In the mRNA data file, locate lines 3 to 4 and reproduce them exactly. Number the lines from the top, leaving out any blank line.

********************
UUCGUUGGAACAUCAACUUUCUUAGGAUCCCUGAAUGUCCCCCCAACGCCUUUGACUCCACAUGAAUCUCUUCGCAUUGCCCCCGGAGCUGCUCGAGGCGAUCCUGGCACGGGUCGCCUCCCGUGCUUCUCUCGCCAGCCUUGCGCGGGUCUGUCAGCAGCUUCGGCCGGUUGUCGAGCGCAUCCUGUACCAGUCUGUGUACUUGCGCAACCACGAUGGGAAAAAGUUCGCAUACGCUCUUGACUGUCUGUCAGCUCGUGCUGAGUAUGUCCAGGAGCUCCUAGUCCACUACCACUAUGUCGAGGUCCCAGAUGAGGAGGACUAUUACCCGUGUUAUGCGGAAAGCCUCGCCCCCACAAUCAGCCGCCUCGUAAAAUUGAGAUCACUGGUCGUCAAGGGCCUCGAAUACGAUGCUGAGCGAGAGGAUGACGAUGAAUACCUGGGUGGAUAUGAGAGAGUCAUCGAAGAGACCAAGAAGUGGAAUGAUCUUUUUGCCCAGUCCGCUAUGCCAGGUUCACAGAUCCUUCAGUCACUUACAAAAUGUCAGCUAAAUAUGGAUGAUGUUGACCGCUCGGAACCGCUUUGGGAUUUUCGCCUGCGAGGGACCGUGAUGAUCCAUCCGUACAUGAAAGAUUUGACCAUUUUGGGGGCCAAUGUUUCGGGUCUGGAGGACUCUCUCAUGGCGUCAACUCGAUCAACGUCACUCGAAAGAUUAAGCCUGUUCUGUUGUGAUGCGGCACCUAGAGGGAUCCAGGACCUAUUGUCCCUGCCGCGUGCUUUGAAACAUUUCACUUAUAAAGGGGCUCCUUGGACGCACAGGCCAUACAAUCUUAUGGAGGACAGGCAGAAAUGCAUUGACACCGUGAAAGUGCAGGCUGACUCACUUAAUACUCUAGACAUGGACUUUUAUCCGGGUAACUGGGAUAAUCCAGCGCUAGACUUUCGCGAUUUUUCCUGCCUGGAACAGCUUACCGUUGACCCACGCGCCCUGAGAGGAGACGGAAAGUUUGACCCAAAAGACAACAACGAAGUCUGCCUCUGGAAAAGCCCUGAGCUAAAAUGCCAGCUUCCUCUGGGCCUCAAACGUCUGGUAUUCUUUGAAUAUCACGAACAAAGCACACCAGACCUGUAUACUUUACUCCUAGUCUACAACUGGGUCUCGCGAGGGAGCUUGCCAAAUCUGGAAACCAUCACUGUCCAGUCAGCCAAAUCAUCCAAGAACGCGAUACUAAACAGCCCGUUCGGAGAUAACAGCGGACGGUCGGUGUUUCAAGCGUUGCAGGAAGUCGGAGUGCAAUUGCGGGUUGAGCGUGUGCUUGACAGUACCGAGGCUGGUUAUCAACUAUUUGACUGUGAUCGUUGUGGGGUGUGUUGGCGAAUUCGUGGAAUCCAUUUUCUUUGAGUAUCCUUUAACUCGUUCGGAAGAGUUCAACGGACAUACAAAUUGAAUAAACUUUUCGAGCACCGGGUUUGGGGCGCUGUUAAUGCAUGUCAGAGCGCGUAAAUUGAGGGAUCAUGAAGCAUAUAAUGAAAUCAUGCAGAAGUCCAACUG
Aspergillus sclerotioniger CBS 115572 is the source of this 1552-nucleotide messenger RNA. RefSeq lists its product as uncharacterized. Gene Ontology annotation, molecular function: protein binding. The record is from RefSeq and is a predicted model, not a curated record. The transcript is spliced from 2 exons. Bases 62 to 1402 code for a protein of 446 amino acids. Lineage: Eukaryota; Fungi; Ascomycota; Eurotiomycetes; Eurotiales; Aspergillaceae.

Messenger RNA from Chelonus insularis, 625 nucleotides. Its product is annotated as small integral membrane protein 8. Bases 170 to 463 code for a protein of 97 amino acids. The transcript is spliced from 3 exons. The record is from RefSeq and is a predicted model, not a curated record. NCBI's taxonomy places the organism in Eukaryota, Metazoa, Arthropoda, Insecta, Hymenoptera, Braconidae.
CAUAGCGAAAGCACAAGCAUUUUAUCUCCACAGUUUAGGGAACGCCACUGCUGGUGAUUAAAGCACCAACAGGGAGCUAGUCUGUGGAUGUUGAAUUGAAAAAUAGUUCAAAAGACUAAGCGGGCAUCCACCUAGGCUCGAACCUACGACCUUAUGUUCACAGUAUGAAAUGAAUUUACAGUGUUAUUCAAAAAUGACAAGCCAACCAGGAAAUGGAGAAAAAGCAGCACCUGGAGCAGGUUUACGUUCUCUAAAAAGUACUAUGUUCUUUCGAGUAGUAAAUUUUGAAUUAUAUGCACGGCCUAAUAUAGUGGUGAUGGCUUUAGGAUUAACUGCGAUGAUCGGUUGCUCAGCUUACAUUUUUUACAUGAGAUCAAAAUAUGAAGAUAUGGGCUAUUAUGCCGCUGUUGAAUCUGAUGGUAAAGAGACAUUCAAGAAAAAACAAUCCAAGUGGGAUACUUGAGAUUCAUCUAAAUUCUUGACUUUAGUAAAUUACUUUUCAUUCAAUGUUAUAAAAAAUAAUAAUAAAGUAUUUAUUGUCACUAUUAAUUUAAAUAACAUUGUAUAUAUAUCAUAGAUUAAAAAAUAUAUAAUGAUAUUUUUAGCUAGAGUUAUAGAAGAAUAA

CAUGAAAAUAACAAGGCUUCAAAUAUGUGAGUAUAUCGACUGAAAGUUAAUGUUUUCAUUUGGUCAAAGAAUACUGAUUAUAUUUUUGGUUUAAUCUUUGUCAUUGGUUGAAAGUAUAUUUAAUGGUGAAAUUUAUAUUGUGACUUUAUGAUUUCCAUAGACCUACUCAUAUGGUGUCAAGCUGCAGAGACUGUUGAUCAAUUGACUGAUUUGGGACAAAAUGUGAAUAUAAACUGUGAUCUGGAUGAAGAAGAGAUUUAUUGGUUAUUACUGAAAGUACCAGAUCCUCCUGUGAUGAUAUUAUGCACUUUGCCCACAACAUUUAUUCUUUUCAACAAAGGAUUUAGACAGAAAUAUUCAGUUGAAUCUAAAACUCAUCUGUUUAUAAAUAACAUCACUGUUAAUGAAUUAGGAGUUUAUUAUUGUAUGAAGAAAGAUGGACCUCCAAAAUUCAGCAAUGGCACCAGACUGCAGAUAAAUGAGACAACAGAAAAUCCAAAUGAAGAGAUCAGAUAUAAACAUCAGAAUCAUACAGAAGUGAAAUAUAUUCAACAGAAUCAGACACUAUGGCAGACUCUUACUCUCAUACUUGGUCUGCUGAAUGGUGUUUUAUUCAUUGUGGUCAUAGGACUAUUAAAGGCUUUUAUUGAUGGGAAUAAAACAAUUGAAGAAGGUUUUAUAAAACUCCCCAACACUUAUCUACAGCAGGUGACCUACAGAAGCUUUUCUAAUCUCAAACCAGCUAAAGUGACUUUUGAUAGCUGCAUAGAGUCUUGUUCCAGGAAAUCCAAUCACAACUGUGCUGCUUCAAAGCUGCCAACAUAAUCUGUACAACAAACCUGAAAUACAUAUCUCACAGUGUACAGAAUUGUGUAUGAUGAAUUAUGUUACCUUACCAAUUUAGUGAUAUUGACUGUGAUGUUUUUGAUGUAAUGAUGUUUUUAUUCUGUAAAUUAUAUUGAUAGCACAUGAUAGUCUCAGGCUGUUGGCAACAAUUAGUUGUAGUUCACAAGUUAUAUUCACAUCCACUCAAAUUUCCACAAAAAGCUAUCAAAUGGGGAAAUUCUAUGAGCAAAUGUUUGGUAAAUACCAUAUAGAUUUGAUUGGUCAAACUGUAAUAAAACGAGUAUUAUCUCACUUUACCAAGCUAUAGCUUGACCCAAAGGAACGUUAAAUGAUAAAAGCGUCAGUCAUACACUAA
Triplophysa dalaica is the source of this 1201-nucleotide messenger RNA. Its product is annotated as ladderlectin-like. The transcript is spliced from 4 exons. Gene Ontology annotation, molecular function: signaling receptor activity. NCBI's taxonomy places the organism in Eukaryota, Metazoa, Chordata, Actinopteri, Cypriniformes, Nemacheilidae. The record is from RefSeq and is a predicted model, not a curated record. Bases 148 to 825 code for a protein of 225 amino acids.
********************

Messenger RNA from Chelonus insularis, 625 nucleotides. Its product is annotated as small integral membrane protein 8. Bases 170 to 463 code for a protein of 97 amino acids. The transcript is spliced from 3 exons. The record is from RefSeq and is a predicted model, not a curated record. NCBI's taxonomy places the organism in Eukaryota, Metazoa, Arthropoda, Insecta, Hymenoptera, Braconidae.
CAUAGCGAAAGCACAAGCAUUUUAUCUCCACAGUUUAGGGAACGCCACUGCUGGUGAUUAAAGCACCAACAGGGAGCUAGUCUGUGGAUGUUGAAUUGAAAAAUAGUUCAAAAGACUAAGCGGGCAUCCACCUAGGCUCGAACCUACGACCUUAUGUUCACAGUAUGAAAUGAAUUUACAGUGUUAUUCAAAAAUGACAAGCCAACCAGGAAAUGGAGAAAAAGCAGCACCUGGAGCAGGUUUACGUUCUCUAAAAAGUACUAUGUUCUUUCGAGUAGUAAAUUUUGAAUUAUAUGCACGGCCUAAUAUAGUGGUGAUGGCUUUAGGAUUAACUGCGAUGAUCGGUUGCUCAGCUUACAUUUUUUACAUGAGAUCAAAAUAUGAAGAUAUGGGCUAUUAUGCCGCUGUUGAAUCUGAUGGUAAAGAGACAUUCAAGAAAAAACAAUCCAAGUGGGAUACUUGAGAUUCAUCUAAAUUCUUGACUUUAGUAAAUUACUUUUCAUUCAAUGUUAUAAAAAAUAAUAAUAAAGUAUUUAUUGUCACUAUUAAUUUAAAUAACAUUGUAUAUAUAUCAUAGAUUAAAAAAUAUAUAAUGAUAUUUUUAGCUAGAGUUAUAGAAGAAUAA